First Woman Appointed as Chief of Court in Jordan

AMMAN — The first woman to hold the position of chief of court was appointed onMonday, May 28, by the High Judiciary Board. She described her new position asa big step forward for Arab women.

Article originally appeared in The Jordan Times on May 29, 2007. Reprinted withpermission.

By Linda Hindi

AMMAN — The first woman to hold the position of chief of court was appointed onMonday, May 28, by the High Judiciary Board. She described her new position asa big step forward for Arab women.

“This is a very important step for Arab women in the region, it is toughcompetition to be appointed as a decision-maker,” said Ihssan Barakat, whothree years ago also became the first woman judge to serve on the AppealsCourt.

In her new post of Chief of the Court of First Instance in west Amman, Barakat will be incharge of 22 judges and 81 employees.

She told The Jordan Times yesterday that she is up to “the tough task” ofleading the second highest court in Amman,adding that her number one priority will be to provide an efficient judicialsystem.

“The constitutional law gives every Jordanian citizen the right to obtainjustice, my goal is to make it as hassle-free, fast and fair as possible… goingto court should not be a punishment,” she said.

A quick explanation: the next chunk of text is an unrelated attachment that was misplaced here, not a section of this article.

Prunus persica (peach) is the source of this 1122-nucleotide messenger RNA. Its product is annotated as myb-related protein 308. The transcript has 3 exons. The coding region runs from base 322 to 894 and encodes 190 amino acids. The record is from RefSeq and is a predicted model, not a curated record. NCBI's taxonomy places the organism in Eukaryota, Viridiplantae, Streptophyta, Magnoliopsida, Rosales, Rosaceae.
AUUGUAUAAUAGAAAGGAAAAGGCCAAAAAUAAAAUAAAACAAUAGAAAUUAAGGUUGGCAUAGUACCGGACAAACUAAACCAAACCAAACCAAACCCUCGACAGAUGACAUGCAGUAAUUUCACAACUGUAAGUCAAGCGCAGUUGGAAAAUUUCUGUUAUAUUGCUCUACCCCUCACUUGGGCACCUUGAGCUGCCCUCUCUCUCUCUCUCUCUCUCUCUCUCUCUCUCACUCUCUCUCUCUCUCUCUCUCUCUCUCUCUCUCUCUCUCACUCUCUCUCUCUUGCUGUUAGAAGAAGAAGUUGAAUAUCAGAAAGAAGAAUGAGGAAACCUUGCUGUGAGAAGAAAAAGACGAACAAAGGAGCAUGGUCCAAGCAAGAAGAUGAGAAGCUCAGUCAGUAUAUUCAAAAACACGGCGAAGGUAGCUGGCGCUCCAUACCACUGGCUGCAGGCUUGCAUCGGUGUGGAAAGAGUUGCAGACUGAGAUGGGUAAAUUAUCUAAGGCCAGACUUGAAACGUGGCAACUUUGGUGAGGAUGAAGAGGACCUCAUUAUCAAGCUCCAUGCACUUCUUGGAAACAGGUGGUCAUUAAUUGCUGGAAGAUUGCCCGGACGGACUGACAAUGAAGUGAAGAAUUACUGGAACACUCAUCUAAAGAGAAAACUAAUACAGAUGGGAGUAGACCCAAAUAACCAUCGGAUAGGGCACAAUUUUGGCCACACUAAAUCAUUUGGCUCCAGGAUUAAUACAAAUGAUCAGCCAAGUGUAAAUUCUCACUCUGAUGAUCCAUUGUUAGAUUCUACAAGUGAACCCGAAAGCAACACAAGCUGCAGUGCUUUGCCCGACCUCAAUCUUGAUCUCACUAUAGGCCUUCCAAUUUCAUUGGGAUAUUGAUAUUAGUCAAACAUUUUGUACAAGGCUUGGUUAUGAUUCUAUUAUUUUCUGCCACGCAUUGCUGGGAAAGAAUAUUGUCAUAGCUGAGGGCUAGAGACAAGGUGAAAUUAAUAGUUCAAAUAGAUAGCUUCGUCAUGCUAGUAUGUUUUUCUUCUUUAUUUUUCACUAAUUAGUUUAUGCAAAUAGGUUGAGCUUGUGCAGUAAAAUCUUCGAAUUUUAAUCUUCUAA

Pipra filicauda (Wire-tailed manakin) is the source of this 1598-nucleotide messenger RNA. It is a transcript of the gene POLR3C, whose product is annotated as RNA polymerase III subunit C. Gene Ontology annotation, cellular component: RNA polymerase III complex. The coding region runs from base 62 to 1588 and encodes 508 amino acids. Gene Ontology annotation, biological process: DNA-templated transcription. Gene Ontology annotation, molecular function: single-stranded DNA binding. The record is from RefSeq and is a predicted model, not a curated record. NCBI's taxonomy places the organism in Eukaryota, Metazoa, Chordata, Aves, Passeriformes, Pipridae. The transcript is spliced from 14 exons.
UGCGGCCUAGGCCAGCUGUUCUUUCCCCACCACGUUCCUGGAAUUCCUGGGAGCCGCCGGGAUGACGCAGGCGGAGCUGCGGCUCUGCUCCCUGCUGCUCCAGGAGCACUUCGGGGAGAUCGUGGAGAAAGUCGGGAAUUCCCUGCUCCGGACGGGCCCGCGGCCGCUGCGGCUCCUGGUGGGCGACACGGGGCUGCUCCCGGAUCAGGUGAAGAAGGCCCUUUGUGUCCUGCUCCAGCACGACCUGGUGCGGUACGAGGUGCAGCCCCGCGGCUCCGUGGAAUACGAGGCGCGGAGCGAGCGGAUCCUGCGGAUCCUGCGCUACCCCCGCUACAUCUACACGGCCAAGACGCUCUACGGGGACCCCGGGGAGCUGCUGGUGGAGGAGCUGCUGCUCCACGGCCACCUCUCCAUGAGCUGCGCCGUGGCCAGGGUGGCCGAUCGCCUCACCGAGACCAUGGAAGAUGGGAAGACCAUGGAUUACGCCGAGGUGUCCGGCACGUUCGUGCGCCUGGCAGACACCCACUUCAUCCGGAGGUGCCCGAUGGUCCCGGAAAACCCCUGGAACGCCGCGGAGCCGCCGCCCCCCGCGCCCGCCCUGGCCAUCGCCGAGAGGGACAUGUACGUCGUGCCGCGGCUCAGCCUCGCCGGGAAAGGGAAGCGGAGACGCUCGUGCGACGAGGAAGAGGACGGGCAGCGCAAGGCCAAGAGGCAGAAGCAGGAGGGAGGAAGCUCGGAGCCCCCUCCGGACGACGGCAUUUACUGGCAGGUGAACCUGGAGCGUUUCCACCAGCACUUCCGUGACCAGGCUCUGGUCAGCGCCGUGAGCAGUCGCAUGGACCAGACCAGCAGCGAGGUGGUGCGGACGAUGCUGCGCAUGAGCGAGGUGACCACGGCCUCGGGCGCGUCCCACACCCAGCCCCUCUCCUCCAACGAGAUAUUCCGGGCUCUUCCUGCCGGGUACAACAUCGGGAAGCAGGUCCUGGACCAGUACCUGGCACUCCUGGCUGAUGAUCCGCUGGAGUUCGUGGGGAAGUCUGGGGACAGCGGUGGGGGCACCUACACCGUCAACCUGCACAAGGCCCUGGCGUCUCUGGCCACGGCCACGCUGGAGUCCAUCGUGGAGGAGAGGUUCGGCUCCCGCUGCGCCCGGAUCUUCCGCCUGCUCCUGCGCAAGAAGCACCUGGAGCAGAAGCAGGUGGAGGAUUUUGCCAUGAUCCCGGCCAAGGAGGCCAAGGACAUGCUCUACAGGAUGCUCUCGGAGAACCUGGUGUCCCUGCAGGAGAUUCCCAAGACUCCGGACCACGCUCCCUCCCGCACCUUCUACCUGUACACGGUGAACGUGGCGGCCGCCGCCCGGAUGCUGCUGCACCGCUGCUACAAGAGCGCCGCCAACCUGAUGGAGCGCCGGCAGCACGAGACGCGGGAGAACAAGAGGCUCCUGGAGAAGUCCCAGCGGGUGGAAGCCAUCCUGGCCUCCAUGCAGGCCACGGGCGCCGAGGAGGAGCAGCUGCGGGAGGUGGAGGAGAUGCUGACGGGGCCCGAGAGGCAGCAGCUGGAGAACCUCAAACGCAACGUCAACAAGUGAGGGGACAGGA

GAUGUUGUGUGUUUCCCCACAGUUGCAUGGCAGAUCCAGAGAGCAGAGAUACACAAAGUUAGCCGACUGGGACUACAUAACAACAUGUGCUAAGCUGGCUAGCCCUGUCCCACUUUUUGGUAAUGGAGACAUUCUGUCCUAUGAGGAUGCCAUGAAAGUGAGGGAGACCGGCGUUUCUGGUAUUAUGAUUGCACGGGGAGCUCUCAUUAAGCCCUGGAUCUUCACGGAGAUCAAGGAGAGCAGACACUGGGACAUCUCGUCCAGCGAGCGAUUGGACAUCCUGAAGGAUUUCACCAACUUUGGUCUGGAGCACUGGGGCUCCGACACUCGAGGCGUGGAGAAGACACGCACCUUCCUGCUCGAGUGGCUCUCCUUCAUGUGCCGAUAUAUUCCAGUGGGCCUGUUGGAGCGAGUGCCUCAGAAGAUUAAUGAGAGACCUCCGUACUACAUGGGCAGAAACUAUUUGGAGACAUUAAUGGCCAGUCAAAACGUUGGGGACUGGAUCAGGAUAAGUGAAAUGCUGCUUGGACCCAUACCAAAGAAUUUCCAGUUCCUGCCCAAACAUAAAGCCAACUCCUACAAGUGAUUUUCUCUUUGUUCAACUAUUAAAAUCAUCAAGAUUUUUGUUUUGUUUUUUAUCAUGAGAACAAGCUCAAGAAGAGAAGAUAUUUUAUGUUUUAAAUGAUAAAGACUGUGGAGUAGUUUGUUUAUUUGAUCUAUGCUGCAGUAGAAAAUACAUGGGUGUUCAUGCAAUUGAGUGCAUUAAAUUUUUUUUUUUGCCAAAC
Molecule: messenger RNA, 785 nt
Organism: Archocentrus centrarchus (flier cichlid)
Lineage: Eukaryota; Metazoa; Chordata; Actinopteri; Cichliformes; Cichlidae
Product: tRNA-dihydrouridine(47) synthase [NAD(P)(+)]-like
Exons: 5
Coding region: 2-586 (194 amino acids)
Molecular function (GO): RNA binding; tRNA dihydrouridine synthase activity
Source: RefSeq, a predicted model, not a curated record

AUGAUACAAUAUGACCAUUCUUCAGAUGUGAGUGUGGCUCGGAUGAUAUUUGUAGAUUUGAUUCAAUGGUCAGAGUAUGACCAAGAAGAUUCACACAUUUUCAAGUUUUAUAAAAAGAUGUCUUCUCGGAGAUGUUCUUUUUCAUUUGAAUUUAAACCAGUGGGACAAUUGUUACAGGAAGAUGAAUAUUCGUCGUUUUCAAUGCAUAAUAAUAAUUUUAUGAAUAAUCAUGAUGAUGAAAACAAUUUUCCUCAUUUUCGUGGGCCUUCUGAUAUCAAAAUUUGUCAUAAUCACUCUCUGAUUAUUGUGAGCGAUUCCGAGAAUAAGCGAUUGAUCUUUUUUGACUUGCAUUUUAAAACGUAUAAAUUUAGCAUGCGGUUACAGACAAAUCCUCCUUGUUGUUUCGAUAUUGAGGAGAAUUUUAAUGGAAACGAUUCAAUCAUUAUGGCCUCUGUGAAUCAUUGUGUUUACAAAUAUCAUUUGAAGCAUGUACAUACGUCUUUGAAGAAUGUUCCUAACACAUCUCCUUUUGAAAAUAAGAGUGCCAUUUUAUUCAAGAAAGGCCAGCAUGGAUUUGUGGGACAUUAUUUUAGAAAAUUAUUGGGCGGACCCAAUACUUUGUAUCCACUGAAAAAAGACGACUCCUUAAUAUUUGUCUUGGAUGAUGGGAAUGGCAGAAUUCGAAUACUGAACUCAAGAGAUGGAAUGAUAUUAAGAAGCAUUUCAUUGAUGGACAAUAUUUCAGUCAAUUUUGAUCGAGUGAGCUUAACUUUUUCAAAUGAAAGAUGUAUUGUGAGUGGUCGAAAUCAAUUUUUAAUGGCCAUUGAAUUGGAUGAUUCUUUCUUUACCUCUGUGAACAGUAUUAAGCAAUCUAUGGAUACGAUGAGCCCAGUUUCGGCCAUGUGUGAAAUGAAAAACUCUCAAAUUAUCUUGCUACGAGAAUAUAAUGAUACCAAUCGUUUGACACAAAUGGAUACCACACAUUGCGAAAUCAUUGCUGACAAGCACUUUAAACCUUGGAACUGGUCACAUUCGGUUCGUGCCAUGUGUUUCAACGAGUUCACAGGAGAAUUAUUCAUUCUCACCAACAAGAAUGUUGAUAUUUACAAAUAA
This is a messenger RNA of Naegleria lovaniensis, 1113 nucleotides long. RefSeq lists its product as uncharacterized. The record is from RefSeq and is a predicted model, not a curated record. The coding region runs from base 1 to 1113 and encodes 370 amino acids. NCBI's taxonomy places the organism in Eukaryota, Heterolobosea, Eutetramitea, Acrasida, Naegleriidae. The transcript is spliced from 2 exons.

As a founding member and present vice chairman of the Arab Women Legal Network/a>

/>,Barakat’s appointment is in line with her determination to raise the capacityof women leaders in the region. Formed in 2005 and headquartered in Jordan, thenetwork is a nonprofit, nongovernmental regional entity that aims to facilitatethe advancement of Arab women working in the legal field.

It brings together judges, legal practitioners and  legal advisers ingovernment and nongovernmental organisations by providing a forum for theexchange of expertise, the provision of specialised training and professionaldevelopment programmes and the publication of materials aimed at strengtheningArab women in the law, according to its website.

“Our mission is to find women leaders… to prepare them to become decisionmakers in their countries,” said Barakat, who began her legal career in 1986after graduating in law from the University of Jordan before going on to workfor two years as a trainee lawyer.

In 1988, Barakat set up her own law firm, managing to attract high-profileclients such as the Central Bank of Jordan.

Her first appointment as a judge came in 2002 when she took up a position atthe Court of First Instance in Ammanbefore being transferred to the Appeals Court in 2004.She also served as director of theDirectorate of International Relations at the Ministry of Justice for a periodof nine months.

Barakat will replace Ahmad Jamaliya, who was promoted as head of all thecapital’s First Instance Courts.

The outgoing head, Judge Qasim Al Momani, will take up a position at the Appeals Court wherehe will serve another two years before being able to compete for a place at theCassation Court,the highest court in Jordan.

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